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I'm creating two different vertex buffers, that use two different shaders to render them. As soon as I bind the second vertex buffer, the data I parked in the first vertex buffer seems to be corrupted or lost.

If I generate and draw one vertex buffer only, like so:

glGenBuffers( 1, &vb1 ) ;
glBindBuffer( GL_ARRAY_BUFFER, vb1 ) ;

// fill it..
glBufferData( .. )

Then, in the draw() loop,

glUseProgram( shader1 ) ;
glBindBuffer( vb1 ) ; // make sure it is bound
glDrawArrays( ... )   // draw it

Then it works fine, no problems, no errors (I am glGettingLastError() after every gl* call, so it seems this code is perfectly fine)

Now if I so much as generate and bind a second vertex buffer, any time after the first one was generated and bound,

// ran in init() -- then previously working code in draw() is broken
glGenBuffers( 1, &vb2 ) ;              // ok.. no problems with this line
glBindBuffer( GL_ARRAY_BUFFER, vb2 ) ; // spoils data in vb1?

As soon as I call glBindBuffer with this newly generated vb2 buffer, it seems the data in vb1 is completely dumped or lost. On attempts to draw vb1 (not vb2!), i get this crash:

enter image description here

I even filled the array with GL_STATIC_DRAW.

I don't understand, I thought these vertex buffers were supposed to retain data, even if another vertex buffer is created and initialized? .. what am I doing wrong?

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what am I doing wrong? It's hard to say, considering that you've provided so little code, and the code you have put up is non-functional (binding a buffer has no effect on DrawArrays, only setting pointers controls what data is drawn). Can you show what you're actually doing? – Tim Sep 14 '12 at 14:54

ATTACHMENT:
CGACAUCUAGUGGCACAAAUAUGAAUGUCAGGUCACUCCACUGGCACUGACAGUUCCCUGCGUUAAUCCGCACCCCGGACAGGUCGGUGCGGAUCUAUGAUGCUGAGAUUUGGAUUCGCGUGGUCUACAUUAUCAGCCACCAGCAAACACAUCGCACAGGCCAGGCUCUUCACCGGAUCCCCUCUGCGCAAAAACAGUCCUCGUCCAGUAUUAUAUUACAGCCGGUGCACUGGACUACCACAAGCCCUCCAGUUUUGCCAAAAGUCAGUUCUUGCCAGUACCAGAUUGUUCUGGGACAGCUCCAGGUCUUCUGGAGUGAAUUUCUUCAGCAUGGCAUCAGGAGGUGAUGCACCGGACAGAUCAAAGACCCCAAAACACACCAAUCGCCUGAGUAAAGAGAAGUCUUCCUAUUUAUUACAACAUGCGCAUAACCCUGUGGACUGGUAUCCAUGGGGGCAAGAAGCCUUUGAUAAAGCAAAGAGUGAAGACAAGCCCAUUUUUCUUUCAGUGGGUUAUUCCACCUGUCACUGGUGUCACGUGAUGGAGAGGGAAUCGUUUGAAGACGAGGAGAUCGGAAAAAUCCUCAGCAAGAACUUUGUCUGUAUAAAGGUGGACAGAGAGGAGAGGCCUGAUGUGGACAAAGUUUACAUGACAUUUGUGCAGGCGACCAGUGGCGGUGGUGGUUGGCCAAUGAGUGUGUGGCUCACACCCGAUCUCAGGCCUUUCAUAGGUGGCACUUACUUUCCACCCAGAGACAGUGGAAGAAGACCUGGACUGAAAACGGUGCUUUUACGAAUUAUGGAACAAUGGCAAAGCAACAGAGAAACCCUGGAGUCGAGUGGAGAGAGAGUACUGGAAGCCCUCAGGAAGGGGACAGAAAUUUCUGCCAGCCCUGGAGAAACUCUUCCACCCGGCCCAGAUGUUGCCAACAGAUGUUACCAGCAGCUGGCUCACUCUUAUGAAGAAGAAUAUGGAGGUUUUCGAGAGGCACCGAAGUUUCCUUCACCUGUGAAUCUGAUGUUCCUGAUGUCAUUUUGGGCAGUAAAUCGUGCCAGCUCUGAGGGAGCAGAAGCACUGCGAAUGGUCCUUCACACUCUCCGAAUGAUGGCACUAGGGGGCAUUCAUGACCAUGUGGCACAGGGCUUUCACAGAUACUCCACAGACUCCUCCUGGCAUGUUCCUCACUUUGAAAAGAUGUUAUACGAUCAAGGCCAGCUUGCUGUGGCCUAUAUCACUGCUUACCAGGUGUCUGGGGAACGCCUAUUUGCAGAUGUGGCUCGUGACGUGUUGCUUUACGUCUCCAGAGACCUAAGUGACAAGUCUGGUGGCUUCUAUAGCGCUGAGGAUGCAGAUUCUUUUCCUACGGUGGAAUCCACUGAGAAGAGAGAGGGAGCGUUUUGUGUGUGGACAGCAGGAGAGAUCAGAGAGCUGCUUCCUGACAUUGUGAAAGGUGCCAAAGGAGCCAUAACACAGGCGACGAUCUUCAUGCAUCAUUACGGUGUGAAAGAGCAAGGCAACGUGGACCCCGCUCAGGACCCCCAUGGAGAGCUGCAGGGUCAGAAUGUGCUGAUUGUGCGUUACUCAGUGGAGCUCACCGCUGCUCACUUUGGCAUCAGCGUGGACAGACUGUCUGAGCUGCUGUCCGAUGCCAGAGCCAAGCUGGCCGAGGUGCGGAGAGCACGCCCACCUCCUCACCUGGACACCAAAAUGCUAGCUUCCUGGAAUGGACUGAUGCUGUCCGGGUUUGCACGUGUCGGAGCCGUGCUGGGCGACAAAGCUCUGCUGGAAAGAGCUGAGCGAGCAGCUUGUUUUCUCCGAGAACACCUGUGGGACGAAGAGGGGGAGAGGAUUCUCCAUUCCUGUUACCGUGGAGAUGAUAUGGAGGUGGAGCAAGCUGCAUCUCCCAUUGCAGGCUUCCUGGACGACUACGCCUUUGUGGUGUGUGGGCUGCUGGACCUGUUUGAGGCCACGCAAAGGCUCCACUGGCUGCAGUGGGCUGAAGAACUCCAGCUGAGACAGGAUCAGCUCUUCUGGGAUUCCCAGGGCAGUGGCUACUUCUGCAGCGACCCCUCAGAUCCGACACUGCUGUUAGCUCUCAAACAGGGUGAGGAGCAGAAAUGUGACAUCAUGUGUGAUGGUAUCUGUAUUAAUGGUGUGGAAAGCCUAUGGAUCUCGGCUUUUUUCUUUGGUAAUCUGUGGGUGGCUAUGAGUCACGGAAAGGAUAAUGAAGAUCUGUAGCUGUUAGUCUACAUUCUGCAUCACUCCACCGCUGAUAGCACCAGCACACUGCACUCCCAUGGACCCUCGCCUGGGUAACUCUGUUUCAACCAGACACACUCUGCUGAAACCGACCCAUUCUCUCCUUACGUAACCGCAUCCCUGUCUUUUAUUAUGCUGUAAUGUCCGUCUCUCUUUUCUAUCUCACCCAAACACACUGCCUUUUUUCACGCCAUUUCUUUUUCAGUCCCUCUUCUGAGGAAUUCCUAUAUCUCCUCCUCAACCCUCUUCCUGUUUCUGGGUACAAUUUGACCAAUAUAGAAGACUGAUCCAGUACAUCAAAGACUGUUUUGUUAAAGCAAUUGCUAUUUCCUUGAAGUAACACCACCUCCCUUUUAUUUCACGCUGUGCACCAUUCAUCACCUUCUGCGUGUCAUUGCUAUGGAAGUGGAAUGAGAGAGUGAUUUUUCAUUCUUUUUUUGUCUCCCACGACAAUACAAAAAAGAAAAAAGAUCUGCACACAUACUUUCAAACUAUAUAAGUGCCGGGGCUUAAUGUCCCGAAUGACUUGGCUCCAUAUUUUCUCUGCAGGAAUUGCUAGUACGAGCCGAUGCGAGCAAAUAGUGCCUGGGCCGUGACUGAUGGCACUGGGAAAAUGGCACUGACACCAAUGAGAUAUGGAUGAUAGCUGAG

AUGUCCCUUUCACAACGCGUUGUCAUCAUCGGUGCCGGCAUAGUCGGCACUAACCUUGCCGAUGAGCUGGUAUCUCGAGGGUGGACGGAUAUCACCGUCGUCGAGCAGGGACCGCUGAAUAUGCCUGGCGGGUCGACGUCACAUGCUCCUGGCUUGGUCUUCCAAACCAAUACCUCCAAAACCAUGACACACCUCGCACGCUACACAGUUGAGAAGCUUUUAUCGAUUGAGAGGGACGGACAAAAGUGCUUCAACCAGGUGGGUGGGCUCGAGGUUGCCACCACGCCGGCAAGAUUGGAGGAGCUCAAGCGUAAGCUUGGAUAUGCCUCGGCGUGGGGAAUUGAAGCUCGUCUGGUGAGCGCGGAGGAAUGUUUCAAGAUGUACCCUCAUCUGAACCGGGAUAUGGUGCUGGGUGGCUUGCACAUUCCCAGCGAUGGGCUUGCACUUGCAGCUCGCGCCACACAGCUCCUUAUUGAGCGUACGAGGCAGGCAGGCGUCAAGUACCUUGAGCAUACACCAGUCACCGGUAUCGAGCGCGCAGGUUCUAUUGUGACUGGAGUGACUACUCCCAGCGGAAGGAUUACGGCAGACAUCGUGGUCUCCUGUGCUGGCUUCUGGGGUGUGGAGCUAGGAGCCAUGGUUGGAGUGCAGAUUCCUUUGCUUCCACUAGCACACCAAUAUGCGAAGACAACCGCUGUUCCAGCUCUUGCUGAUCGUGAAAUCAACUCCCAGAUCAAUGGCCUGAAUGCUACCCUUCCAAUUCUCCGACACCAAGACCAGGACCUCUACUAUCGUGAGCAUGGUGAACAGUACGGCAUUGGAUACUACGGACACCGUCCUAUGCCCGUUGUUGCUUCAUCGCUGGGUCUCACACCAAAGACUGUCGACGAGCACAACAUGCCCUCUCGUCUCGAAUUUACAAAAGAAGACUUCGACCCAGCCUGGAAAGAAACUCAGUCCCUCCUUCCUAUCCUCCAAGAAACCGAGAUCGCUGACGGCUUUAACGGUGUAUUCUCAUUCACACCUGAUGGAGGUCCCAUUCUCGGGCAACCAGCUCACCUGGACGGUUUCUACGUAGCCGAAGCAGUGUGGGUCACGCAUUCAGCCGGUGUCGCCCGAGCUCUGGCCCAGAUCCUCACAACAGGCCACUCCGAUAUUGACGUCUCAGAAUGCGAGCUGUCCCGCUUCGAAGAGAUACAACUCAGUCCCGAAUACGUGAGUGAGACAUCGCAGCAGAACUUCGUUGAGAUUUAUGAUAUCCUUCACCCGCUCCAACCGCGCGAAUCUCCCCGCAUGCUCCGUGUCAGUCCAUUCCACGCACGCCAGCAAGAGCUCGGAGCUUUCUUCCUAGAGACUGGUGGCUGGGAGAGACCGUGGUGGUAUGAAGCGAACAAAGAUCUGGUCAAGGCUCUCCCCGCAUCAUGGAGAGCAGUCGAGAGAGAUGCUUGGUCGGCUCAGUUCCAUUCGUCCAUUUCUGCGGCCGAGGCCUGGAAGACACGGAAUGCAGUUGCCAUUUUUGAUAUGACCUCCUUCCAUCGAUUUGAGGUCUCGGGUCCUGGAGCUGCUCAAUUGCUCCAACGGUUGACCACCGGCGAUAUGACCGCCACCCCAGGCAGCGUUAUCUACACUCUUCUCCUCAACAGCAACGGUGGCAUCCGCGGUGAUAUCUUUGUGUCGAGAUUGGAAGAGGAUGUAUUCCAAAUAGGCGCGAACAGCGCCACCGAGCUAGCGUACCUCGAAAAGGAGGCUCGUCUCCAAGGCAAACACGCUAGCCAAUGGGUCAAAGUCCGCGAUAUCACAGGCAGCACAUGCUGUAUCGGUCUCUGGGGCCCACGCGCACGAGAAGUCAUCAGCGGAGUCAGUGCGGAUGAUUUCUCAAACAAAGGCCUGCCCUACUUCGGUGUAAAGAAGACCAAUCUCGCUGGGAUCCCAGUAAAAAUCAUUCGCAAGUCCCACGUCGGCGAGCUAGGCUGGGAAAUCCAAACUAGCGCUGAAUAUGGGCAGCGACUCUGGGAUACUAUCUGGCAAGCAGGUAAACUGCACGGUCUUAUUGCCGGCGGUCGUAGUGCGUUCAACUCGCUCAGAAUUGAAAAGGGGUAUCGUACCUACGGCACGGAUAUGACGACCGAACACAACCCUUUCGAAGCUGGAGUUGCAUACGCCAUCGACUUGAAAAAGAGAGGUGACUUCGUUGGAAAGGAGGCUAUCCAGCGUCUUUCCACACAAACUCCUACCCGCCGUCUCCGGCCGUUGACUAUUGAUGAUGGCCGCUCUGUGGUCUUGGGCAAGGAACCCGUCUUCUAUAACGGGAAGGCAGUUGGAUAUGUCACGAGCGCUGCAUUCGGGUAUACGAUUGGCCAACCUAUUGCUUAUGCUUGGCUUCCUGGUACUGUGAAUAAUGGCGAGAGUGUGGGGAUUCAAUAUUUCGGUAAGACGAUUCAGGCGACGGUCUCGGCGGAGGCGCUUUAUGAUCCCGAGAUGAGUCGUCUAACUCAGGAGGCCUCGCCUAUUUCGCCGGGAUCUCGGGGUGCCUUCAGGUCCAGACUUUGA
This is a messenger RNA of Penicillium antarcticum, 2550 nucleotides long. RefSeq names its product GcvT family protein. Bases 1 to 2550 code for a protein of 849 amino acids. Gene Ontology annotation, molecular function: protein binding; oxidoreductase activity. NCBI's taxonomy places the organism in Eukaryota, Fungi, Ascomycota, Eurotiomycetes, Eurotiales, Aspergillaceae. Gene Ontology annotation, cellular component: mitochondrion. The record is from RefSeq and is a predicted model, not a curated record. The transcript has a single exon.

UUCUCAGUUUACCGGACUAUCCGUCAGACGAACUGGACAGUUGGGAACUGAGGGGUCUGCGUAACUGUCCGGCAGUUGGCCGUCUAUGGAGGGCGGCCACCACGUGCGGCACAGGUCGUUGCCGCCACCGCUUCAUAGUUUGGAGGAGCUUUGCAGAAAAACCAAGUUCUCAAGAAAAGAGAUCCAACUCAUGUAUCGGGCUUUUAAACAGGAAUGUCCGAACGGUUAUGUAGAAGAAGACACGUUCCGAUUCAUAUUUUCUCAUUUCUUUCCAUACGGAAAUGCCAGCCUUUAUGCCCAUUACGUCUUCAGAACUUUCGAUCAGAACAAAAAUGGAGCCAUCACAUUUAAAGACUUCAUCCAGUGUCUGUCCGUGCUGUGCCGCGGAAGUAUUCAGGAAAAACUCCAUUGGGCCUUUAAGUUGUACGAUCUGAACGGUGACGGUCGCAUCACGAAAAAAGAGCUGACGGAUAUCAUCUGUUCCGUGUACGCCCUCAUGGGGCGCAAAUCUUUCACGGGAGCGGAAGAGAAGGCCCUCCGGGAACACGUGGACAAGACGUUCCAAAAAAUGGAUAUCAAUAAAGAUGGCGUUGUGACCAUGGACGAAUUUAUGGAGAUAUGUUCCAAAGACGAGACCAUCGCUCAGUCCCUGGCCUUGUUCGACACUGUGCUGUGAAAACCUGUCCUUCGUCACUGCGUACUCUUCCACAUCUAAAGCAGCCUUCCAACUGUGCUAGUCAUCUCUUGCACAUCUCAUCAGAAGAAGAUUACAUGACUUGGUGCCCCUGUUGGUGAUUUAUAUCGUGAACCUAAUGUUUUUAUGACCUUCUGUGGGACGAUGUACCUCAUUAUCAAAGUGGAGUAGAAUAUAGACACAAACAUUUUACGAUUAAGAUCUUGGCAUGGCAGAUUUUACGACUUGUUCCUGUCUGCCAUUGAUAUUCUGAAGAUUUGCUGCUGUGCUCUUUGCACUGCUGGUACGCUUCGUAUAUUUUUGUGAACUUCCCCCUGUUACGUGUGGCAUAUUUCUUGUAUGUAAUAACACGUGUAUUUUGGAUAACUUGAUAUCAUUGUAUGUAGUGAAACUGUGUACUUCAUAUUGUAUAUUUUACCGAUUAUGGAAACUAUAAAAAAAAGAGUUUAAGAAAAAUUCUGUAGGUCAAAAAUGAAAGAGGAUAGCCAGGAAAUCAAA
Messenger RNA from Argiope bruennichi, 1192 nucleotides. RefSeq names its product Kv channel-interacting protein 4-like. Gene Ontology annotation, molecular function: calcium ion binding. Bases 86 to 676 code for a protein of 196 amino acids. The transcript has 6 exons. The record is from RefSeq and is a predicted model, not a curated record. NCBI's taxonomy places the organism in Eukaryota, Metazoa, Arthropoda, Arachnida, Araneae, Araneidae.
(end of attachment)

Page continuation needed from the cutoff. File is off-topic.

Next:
Admittedly, this isn't a very good question. I'll delete it. – bobobobo Sep 14 '12 at 22:10
We're locked out of Meta at the moment, but I undeleted this question for you, so you're good to edit it now. – Brad Larson Sep 15 '12 at 21:04

1 Answer 1

I found the answer to this question to be very subtle and difficult to find.

I thought I didn't need the vertex array declarations that the standard example uses, and you can see I left them out in the question. But it turns out using vertex array objects is vital to correctly binding indices.

So for example,

// Make vertex array OBJECT, _this does not store any data!_
// A "vertex array object" is a bit like a display list in
// that it will just remember and repeat the function calls you make,
// with the values you make them with.
glGenVertexArraysOES( 1, &va ) ; // make vertex array OBJECT. NOT used
// to store data..

// Bind the vertex array
glBindVertexArrayOES( va ) ; // "start recording the calls I make.."

// Make a buffer for the vertex array (place to store the data)
glGenBuffers( 1, &vb ) ;     // make the vertex BUFFER (used to
// store the actual data)

// Make the vertex array buffer active
glBindBuffer( GL_ARRAY_BUFFER, vb ) ;

glEnableVertexAttribArray( ... ) ;  // REMEMBERED IN VAO (vertex array object)
glVertexAttribPointer( ... ) ;      // REMEMBERED IN VAO

glBufferData( .. ) ; // send data down to gpu, not remembered by vao

// "Stop remembering" calls to glBindBuffer( .. ) and glEnableVertexAttribArray( .. )
glBindVertexArrayOES( 0 ) ; // "stop recording"

At draw time, simply:

glBindVertexArrayOES( va ) ; // runs ALL your glEnableVertexAttribArray() calls,
// as well as your glBindBuffer( .. ) call,

// now all that's left to do is draw
glDrawArrays( glDrawingStyle, 0, vertexCount );
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